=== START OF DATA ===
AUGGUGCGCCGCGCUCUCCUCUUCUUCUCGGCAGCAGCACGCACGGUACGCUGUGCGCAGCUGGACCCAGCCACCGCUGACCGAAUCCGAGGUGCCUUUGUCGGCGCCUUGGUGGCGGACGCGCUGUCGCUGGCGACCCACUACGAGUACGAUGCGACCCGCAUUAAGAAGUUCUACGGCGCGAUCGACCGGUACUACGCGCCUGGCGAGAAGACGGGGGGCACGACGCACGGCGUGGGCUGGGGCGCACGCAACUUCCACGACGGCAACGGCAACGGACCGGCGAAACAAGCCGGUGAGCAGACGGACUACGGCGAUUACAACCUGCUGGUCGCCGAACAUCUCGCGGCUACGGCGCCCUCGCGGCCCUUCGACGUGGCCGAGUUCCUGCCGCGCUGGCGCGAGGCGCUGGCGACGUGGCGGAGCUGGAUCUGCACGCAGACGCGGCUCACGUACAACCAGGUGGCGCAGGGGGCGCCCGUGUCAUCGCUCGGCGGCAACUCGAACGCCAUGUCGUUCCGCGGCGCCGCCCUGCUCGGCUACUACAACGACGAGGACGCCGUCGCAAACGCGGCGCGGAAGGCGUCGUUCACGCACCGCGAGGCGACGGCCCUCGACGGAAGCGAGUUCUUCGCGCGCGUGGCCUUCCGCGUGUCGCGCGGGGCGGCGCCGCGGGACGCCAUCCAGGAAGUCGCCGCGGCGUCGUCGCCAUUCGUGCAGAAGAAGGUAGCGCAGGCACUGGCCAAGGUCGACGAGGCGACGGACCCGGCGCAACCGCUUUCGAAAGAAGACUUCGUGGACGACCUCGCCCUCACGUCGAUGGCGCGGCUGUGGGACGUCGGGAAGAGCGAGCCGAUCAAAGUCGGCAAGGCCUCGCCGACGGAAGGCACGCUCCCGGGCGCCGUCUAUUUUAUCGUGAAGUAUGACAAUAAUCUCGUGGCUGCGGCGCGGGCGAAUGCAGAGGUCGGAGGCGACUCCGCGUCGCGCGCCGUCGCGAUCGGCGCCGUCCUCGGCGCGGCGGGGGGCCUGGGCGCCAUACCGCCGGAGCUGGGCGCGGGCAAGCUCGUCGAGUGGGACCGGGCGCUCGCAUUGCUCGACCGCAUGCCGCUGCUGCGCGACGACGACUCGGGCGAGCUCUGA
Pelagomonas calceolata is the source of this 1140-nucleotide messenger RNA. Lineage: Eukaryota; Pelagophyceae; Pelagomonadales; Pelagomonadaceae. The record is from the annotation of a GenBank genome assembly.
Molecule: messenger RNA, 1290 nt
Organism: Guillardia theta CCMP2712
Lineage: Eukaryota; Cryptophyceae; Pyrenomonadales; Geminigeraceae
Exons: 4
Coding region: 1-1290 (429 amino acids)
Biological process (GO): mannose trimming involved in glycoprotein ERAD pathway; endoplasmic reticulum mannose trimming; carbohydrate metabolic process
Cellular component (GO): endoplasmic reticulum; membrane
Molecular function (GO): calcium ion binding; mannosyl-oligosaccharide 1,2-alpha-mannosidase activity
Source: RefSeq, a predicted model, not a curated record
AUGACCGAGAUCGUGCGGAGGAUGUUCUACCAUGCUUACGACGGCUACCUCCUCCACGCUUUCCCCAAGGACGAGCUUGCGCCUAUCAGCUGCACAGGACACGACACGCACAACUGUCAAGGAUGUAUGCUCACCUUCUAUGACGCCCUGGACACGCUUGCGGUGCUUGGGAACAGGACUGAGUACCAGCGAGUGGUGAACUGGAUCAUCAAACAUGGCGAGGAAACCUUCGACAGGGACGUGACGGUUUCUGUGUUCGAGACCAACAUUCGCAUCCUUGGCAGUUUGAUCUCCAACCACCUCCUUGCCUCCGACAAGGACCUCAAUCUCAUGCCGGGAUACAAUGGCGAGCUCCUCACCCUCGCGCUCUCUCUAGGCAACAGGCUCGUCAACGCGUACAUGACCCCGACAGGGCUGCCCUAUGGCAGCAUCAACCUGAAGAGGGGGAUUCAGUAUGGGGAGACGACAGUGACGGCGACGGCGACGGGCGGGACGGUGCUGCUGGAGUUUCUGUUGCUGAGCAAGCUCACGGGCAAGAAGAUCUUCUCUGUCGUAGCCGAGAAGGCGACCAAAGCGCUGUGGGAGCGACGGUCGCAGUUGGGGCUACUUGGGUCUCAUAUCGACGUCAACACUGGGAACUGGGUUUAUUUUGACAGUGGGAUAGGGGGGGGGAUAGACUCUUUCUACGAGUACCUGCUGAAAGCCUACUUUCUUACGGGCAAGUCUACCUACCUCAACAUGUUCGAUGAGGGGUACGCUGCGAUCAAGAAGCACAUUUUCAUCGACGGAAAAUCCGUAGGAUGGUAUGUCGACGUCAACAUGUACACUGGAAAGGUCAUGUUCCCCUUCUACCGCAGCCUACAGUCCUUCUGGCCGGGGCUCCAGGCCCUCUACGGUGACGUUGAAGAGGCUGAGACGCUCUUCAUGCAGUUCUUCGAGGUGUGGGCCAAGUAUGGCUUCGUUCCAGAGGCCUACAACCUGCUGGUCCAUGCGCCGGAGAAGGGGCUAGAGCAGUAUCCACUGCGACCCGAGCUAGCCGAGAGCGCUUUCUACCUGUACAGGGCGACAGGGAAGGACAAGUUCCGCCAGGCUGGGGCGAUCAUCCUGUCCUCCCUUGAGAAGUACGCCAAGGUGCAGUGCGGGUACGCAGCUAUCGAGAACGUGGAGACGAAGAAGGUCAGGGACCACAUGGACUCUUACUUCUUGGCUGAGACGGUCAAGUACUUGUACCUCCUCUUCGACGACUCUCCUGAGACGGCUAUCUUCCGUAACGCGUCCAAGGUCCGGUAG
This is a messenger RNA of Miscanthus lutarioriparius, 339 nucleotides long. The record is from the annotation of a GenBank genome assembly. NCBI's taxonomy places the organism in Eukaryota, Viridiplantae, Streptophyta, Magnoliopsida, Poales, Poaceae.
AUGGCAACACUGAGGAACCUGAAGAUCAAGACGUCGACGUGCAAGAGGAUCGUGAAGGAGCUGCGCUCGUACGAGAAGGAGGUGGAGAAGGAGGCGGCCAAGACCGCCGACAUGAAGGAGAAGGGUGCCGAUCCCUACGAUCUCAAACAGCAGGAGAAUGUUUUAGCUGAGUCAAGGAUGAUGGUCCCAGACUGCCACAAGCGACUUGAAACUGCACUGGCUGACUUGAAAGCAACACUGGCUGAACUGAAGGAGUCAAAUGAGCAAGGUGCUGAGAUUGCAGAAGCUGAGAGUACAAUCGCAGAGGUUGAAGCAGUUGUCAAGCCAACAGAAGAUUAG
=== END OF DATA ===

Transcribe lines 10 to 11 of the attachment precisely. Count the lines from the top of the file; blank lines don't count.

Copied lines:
Molecular function (GO): calcium ion binding; mannosyl-oligosaccharide 1,2-alpha-mannosidase activity
Source: RefSeq, a predicted model, not a curated record